Copyright 2013 Pacific Northwest Writers Association. All Rights Reserved
I Get to Decide
Visions are worth fighting for. Why spend your life making someone else’s dreams?
~ Tim Burton
I’m not certain when I first heard the phrase, “You’re not the boss of me!” It might have been while working at a daycare years ago. Maybe I heard it from the determined 4 year old Ella who greeted me, my first day there, wearing a long strand of beads and an air of leadership. Or maybe it came later from my own children. One way or the other, it was spoken by a child: someone newer to this world, strong and clear in the awareness that we are, ultimately, in charge of ourselves.
The first day my oldest son got on a school bus to attend kindergarten I was struck by the 0% influence I had over his day to come. Though still such a very small person, he was off to make his own decisions; he would be cooperative or not, play or not, be friendly or not. It would be his own volition, focus, desire, instinct – his own self that would call the shots – no matter what I had taught him or how others might instruct him.
Back in my college days, my art professor didn’t want us asking, “What should I draw next?” She knew each idea could flow naturally from the last. We were to be connected to our deep interests and desires so that source would be the one informing our choices, not some random, external hunt for something to do. My teacher knew that in order to sustain a meaningful relationship to one’s work, one has to sustain a meaningful relationship to one’s self – the best resource and boss.
So, if you are not the boss of me and I am, how do I define this genuine “I” who can guide my authentic way in the world? There is a school of thought that says what we’ve lived “makes us who we are.” There is another that declares that what we’ve lived “does not define us.” Whichever we choose to believe, we are the deciders; we define ourselves from the inside-out or the outside-in. We have final personal authority over how we identify and express who we are. Without this human feature we would never witness the unique characteristics, perspectives, and abilities that fill the world. Though conformity is a frequent societal request, for the sake of personal and collective fulfillment it must, in many ways, be denied.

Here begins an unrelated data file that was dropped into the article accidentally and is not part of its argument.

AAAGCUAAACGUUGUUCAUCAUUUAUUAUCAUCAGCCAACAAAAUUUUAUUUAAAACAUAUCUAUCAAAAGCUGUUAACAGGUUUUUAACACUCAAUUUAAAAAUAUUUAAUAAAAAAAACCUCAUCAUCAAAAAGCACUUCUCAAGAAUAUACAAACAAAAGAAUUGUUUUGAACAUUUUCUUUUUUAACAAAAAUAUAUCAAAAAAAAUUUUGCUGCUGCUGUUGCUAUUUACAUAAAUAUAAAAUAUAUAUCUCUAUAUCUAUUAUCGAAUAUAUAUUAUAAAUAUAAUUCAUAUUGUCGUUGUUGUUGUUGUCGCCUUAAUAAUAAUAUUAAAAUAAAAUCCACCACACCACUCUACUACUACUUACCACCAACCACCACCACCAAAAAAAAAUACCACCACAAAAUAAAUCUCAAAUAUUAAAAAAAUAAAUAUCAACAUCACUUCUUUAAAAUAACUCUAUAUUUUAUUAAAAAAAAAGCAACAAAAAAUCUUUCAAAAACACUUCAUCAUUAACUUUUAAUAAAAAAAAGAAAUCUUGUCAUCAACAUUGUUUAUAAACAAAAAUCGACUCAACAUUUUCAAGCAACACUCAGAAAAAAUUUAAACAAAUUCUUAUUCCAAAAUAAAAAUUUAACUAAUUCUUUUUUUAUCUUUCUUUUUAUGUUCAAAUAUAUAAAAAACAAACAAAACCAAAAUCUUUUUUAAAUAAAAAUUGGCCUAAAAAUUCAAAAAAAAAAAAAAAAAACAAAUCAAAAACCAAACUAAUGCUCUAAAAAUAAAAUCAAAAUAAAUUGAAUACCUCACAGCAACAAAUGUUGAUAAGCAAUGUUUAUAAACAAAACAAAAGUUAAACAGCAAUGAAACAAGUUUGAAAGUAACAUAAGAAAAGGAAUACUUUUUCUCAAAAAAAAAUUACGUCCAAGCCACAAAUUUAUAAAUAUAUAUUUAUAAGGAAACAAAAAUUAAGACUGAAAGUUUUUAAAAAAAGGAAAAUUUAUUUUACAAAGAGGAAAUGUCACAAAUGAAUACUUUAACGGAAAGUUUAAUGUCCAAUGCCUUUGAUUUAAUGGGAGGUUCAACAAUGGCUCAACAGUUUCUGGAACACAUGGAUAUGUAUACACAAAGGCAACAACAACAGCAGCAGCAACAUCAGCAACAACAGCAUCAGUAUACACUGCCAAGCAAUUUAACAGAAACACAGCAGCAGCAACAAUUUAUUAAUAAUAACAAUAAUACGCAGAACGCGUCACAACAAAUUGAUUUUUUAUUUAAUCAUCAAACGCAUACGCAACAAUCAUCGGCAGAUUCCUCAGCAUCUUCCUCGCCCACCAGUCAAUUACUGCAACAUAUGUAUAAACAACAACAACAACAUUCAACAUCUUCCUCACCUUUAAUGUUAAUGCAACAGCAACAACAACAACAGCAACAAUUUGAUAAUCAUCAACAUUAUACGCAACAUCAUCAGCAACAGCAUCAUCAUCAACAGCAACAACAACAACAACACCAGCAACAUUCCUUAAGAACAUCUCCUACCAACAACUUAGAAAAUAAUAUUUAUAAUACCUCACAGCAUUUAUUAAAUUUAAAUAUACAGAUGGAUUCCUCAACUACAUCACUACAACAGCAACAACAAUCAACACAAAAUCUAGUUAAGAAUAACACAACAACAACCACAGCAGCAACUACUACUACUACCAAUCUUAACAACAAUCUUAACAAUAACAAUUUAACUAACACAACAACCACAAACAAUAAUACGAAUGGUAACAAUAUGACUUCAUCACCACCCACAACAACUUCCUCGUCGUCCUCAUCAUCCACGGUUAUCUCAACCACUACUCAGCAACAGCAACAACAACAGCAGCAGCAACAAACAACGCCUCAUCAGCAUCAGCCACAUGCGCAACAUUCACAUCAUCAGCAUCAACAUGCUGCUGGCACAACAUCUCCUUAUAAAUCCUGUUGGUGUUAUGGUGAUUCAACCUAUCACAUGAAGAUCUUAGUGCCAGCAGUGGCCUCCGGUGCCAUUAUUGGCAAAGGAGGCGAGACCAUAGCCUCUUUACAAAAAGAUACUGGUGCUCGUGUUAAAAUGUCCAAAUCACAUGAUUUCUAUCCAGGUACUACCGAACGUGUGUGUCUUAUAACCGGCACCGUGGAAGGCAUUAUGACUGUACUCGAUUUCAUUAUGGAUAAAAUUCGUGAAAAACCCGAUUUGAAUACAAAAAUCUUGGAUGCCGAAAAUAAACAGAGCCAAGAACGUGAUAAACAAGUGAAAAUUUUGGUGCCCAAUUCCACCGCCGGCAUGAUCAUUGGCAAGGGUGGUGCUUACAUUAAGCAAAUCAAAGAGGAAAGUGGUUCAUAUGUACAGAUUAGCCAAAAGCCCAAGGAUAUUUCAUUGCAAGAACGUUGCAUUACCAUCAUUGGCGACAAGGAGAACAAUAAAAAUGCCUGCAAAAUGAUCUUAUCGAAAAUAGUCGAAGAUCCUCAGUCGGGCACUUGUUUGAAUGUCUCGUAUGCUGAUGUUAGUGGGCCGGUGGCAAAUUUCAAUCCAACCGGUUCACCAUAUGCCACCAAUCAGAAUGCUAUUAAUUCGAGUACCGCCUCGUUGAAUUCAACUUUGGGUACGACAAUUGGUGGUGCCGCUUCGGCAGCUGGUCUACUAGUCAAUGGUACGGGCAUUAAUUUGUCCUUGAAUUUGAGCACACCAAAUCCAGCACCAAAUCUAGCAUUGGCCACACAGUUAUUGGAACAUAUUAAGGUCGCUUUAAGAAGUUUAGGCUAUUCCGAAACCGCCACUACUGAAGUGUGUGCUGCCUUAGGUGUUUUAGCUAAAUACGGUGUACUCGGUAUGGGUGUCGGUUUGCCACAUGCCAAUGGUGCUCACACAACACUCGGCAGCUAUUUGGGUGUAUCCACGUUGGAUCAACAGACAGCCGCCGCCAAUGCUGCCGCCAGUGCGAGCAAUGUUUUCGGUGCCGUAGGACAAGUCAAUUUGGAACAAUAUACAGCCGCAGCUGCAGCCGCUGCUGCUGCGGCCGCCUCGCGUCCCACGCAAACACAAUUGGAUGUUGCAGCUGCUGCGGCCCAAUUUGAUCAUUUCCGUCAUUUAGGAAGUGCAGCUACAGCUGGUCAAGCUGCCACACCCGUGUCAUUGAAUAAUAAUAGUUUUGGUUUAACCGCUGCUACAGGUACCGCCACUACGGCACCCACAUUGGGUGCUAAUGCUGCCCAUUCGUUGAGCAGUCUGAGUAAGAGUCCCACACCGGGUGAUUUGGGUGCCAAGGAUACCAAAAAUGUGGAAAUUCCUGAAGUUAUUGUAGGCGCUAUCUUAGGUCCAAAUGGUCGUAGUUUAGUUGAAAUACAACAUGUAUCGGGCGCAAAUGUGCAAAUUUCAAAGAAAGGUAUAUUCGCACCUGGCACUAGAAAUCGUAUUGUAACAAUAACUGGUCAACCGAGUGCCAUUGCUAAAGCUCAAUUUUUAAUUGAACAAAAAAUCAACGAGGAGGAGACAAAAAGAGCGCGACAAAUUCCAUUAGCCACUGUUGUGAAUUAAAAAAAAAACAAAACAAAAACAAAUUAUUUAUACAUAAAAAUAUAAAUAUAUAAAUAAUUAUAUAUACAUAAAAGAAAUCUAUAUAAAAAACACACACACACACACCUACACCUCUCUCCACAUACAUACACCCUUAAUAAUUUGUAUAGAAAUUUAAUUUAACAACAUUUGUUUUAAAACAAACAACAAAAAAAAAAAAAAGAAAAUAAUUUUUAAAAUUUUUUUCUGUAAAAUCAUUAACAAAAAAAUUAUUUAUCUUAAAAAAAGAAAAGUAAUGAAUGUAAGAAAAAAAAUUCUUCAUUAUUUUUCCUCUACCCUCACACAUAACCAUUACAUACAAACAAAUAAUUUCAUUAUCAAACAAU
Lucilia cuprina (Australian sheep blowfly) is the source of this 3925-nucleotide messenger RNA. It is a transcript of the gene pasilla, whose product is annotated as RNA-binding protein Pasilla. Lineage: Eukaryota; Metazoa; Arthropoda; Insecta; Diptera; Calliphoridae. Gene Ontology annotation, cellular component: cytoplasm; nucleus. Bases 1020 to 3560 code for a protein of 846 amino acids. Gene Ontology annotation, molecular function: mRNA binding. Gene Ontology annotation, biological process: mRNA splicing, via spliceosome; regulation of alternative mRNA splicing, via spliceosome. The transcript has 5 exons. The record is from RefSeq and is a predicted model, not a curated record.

A primary function of art and thought is to liberate the individual from the tyranny of his culture in the environmental sense and to permit him to stand beyond it in autonomy of perception and judgment.
~ Beverly Sills
In the news recently, there was controversy surrounding North Carolina’s new law requiring transgender men and women to use the government owned public bathrooms that correlate with the sexes documented on their birth certificates. Attorney General Loretta Lynch argued against this law saying the state was trying to “legislate identity.” Identity refers to who someone is. Sometimes we use our names, what we do, and our life stories as our identities. Sometimes those references are considered mostly surface, for names can be changed, jobs quit, and stories forgotten or altered.
The transgender movement has value even beyond the specificity of the individual lives it serves; it begs the question: Do I get to decide who I am or do you get to tell me? This is an opportunity for greater clarity for all of us. If we are to be defined from the outside – from physicality, external assessment and expectation, the concept of personal autonomy is rendered meaningless.
In films and books, there isn’t a compelling story without characters striving to be their true selves. There is no interest or dynamism without individuals aware of their individuality and the value of their own point of view. The beauty of writing or creating anything is we give ourselves permission to focus intently on who we are, what we know deeply, how we see the world, what we most wish to share. This license is what liberates the singular voices of our beloved artists, writers, and musicians to contribute. This is what liberates us all.
We can try to assign identity from the outside-in, but we’re only working against ourselves. For within each of us is the voice that shouts, “You are not the boss of me!” This is the first cry of one ready and eager to create his/her own life, his/her own work, and his/her own way. This is the assertion of one who gets to decide.
Jennifer Paros is a writer, illustrator, and author of Violet Bing and the Grand House (Viking, 2007). She lives in Seattle. Please visit her website at www.jenniferparos.com.